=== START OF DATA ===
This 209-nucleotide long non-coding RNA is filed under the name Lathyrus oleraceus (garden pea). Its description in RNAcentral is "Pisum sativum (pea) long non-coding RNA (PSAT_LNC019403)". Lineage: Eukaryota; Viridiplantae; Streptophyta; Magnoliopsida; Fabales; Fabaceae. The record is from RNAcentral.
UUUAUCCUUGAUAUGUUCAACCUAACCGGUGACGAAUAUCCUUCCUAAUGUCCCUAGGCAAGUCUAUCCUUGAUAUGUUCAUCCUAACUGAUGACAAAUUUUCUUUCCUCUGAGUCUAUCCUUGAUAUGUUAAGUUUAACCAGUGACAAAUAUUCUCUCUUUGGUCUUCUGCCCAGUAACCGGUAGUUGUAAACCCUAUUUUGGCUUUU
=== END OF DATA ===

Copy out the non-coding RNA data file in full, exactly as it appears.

This 209-nucleotide long non-coding RNA is filed under the name Lathyrus oleraceus (garden pea). Its description in RNAcentral is "Pisum sativum (pea) long non-coding RNA (PSAT_LNC019403)". Lineage: Eukaryota; Viridiplantae; Streptophyta; Magnoliopsida; Fabales; Fabaceae. The record is from RNAcentral.
UUUAUCCUUGAUAUGUUCAACCUAACCGGUGACGAAUAUCCUUCCUAAUGUCCCUAGGCAAGUCUAUCCUUGAUAUGUUCAUCCUAACUGAUGACAAAUUUUCUUUCCUCUGAGUCUAUCCUUGAUAUGUUAAGUUUAACCAGUGACAAAUAUUCUCUCUUUGGUCUUCUGCCCAGUAACCGGUAGUUGUAAACCCUAUUUUGGCUUUU